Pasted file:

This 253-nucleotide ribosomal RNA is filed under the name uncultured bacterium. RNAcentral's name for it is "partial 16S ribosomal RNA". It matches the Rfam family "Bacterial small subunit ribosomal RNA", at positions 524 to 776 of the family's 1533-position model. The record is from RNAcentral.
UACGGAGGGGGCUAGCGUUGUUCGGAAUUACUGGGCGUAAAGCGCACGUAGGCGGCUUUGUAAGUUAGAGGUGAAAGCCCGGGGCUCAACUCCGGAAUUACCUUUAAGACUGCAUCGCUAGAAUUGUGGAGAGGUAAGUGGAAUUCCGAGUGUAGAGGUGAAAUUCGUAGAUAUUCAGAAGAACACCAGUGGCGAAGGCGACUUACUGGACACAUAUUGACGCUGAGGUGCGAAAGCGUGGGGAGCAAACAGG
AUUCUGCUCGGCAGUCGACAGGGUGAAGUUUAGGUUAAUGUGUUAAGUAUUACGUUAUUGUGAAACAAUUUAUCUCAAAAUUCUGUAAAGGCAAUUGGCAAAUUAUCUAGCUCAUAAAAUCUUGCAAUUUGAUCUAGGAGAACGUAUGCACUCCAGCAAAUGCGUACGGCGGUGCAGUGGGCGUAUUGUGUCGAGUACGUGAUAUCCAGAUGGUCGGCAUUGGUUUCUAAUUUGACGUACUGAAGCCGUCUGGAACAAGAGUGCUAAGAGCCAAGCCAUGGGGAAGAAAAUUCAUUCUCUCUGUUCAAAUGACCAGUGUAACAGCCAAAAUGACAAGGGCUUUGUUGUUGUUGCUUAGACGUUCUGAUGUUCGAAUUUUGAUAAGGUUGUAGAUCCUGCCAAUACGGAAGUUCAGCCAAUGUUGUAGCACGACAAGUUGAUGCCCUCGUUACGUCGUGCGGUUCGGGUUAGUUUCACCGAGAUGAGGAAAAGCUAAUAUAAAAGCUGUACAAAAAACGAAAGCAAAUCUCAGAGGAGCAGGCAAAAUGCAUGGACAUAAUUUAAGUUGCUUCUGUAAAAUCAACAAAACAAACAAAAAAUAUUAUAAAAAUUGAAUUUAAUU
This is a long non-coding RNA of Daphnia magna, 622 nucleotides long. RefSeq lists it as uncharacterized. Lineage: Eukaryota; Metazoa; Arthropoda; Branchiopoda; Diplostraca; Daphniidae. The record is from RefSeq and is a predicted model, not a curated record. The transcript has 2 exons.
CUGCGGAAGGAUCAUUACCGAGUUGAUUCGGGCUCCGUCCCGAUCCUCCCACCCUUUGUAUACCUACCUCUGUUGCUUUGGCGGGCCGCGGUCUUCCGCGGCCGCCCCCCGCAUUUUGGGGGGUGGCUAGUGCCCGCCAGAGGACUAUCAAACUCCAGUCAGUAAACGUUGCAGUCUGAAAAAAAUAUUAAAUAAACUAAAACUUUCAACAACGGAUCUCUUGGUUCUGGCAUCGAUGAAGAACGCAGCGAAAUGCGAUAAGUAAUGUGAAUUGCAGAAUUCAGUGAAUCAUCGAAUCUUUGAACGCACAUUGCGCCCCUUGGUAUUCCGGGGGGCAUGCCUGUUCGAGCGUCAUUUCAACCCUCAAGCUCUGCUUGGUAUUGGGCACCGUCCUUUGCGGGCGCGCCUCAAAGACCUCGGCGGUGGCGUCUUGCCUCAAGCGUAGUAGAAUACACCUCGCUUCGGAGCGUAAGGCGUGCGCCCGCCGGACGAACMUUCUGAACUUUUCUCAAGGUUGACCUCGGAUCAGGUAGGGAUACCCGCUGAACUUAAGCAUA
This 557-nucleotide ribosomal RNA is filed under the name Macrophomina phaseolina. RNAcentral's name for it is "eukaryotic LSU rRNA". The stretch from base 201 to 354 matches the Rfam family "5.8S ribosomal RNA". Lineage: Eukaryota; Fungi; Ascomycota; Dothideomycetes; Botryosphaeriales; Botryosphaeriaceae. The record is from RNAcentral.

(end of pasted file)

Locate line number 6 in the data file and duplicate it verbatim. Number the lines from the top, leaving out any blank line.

This 557-nucleotide ribosomal RNA is filed under the name Macrophomina phaseolina. RNAcentral's name for it is "eukaryotic LSU rRNA". The stretch from base 201 to 354 matches the Rfam family "5.8S ribosomal RNA". Lineage: Eukaryota; Fungi; Ascomycota; Dothideomycetes; Botryosphaeriales; Botryosphaeriaceae. The record is from RNAcentral.